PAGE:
Trans-Siberian Railway (Fabergé egg)

Trans-Siberian Railway Fabergé egg

The Trans-Siberian Railway Egg photographed in the Kremlin in 2003
Year delivered 1900
Customer Alexandra Fedorovna
Current owner
Individual or institution Kremlin Armoury
Year of acquisition 1927
Design and materials
Workmaster Michael Perkhin
Materials used Gold, silver, green, blue and orange enamel, onyx and velvet for lining
Height 26 centimetres (10 in)
Surprise Miniature train made of gold, platinum, rose-cut diamonds, rubies, and rock crystal

The Trans-Siberian Railway Egg is a jewelled Easter egg made under the supervision of the Russian jeweller Peter Carl Fabergé in 1900 for Tsar Nicholas II of Russia. It was presented by Nicolas II as an Easter gift to his wife, the Tsarina Alexandra Fyodorovna. It is currently held in the Kremlin Armoury Museum in Moscow.


The exterior of the 1900 Trans-Siberian Railway egg is made of onyx, silver, gold, and quartz, and is decorated with colored vitreous enamel. The lid of the egg is hinged, has an overlay of green enamel, and is decorated with inlaid leaves of acanthus. On top of the lid is a golden three-headed eagle in gold with the Imperial Crown. The interior is lined with velvet.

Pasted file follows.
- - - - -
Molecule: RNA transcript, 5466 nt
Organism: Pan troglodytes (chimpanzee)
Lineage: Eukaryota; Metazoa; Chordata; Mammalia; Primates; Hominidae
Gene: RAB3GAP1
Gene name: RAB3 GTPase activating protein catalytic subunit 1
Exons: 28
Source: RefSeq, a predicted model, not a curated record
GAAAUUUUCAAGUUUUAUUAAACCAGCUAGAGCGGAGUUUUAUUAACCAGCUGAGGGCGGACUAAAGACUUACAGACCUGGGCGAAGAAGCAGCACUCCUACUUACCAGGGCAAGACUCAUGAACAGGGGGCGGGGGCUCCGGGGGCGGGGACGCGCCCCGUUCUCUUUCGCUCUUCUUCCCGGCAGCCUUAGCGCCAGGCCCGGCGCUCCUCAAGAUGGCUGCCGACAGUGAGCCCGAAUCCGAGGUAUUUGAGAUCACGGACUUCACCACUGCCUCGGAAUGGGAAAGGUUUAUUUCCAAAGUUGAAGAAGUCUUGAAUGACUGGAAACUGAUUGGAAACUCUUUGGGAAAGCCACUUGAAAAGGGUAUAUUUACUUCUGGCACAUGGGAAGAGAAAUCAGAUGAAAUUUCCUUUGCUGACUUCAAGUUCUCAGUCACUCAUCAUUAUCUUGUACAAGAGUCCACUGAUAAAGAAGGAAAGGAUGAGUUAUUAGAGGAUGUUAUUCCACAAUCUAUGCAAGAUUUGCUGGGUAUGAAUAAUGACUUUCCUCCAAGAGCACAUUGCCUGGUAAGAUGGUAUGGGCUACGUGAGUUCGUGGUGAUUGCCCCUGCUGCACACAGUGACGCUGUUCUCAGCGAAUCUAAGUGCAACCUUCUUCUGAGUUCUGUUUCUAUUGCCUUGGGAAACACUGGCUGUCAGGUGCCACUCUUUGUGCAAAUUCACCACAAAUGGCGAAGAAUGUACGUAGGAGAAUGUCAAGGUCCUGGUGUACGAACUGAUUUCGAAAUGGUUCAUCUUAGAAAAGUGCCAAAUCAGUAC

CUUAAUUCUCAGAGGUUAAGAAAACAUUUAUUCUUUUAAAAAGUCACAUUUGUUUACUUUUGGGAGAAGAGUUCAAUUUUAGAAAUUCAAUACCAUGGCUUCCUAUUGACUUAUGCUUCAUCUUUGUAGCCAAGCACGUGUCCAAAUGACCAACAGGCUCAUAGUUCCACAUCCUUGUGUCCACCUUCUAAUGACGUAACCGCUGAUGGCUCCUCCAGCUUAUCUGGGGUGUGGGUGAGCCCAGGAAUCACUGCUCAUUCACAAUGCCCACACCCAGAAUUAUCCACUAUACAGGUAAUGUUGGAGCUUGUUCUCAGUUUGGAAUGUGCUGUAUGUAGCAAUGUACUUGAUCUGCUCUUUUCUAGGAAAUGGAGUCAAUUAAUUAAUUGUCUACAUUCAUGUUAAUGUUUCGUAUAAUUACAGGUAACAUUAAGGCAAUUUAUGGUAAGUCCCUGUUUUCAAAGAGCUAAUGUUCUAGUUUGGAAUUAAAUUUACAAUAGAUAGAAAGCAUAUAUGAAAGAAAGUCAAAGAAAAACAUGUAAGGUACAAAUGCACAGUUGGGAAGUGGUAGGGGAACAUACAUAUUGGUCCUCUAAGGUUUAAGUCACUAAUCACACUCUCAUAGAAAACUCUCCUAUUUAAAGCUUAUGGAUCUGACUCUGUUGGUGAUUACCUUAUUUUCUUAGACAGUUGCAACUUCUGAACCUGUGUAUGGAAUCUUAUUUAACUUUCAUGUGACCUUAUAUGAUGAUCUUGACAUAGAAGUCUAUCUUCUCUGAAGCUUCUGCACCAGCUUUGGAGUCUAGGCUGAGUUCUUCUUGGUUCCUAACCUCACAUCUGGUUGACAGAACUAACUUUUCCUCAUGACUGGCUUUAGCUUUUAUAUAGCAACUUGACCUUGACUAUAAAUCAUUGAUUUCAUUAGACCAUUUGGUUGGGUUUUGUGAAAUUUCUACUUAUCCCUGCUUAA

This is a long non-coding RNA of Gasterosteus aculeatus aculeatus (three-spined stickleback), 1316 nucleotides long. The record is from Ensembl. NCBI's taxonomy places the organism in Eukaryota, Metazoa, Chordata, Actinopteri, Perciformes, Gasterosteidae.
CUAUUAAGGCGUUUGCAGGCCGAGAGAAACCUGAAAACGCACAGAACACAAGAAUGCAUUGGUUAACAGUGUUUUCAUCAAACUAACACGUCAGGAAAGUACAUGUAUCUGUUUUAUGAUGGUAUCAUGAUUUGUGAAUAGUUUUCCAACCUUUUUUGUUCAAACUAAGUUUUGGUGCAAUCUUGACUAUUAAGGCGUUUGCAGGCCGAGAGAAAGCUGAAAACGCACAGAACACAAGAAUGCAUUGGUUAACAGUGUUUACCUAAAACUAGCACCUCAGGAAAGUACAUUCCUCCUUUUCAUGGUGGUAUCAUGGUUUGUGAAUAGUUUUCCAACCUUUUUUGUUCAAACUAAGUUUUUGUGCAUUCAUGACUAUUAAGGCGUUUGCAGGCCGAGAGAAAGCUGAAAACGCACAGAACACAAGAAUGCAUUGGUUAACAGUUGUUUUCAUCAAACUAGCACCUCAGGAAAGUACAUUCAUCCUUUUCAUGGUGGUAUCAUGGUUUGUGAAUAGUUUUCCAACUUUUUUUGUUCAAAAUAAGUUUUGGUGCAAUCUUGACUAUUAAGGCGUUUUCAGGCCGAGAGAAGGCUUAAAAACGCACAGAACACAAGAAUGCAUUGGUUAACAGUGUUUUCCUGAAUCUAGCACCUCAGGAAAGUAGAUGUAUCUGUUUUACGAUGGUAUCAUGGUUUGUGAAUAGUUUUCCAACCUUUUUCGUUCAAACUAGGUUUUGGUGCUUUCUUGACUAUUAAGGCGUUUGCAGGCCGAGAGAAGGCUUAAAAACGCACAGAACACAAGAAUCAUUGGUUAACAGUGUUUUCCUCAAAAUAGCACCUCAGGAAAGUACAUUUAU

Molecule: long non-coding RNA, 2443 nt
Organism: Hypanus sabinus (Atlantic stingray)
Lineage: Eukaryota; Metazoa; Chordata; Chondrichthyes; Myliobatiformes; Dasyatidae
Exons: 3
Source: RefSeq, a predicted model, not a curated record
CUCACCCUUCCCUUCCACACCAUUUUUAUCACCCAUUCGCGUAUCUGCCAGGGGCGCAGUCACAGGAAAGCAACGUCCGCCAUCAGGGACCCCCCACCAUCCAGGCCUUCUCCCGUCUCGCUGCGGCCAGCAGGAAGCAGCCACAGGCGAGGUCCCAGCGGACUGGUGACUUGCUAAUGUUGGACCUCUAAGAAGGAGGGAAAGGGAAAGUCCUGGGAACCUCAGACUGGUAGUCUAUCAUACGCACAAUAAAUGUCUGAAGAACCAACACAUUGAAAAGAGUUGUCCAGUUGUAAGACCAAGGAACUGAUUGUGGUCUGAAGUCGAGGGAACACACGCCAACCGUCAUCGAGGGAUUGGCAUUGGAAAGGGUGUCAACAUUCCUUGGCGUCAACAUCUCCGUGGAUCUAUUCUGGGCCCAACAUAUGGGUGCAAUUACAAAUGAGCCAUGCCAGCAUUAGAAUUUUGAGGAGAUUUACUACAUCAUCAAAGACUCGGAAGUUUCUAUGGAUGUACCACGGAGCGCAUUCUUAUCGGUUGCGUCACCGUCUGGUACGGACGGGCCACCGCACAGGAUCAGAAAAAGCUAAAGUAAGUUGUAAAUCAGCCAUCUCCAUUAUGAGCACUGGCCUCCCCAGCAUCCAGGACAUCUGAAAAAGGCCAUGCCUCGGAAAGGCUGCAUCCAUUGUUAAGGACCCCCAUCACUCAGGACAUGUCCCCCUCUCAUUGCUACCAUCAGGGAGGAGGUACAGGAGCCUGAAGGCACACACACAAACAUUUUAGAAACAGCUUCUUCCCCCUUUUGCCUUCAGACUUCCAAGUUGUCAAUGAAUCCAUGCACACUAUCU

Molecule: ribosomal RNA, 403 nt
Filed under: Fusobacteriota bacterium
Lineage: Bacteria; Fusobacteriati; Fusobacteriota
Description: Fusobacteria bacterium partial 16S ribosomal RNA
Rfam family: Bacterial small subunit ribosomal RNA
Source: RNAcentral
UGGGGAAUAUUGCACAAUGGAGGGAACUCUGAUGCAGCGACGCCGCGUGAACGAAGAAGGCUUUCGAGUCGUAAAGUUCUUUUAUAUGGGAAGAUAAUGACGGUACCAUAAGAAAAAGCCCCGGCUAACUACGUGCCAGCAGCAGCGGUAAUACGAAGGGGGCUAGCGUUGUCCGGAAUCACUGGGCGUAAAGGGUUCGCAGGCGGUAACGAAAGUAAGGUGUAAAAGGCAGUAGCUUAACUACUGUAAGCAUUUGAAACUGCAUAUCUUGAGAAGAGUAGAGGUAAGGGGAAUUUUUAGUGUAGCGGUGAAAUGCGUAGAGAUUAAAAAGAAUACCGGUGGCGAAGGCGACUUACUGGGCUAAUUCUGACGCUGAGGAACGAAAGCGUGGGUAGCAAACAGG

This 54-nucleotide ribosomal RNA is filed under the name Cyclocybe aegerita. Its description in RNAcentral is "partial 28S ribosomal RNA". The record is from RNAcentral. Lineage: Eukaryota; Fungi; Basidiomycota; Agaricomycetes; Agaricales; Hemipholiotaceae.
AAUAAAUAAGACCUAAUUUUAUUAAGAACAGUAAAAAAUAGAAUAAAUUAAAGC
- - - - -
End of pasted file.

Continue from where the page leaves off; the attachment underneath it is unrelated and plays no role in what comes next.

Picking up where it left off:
A route map of the Trans-Siberian Railway is engraved in silver across the face, with major stations marked by a precious stone, forming a belt around the egg. The egg is supported by three griffins made of gold-plated silver on a stepped triangular base of white onyx.


The surprise is a miniature clockwork replica of a steam locomotive made of gold and platinum in three sections, forming a train with a length of one foot. It has a diamond headlight, and ruby marker lights. The train has five carriages with rock crystal windows, labeled “mail”, “ladies only”, “smoking”, “non-smoking” and “chapel”. The train has a gold key that can be used to wind it up and make it run.


In 1900, the railway linking European Russia with Vladivostok on Russia’s Pacific coast was nearing completion. This was an accomplishment that, despite its tremendous cost in resources and human lives, brought Nicholas great satisfaction since, as Tsarevitch, he had travelled to the Far East to lay the eastern foundation stone.

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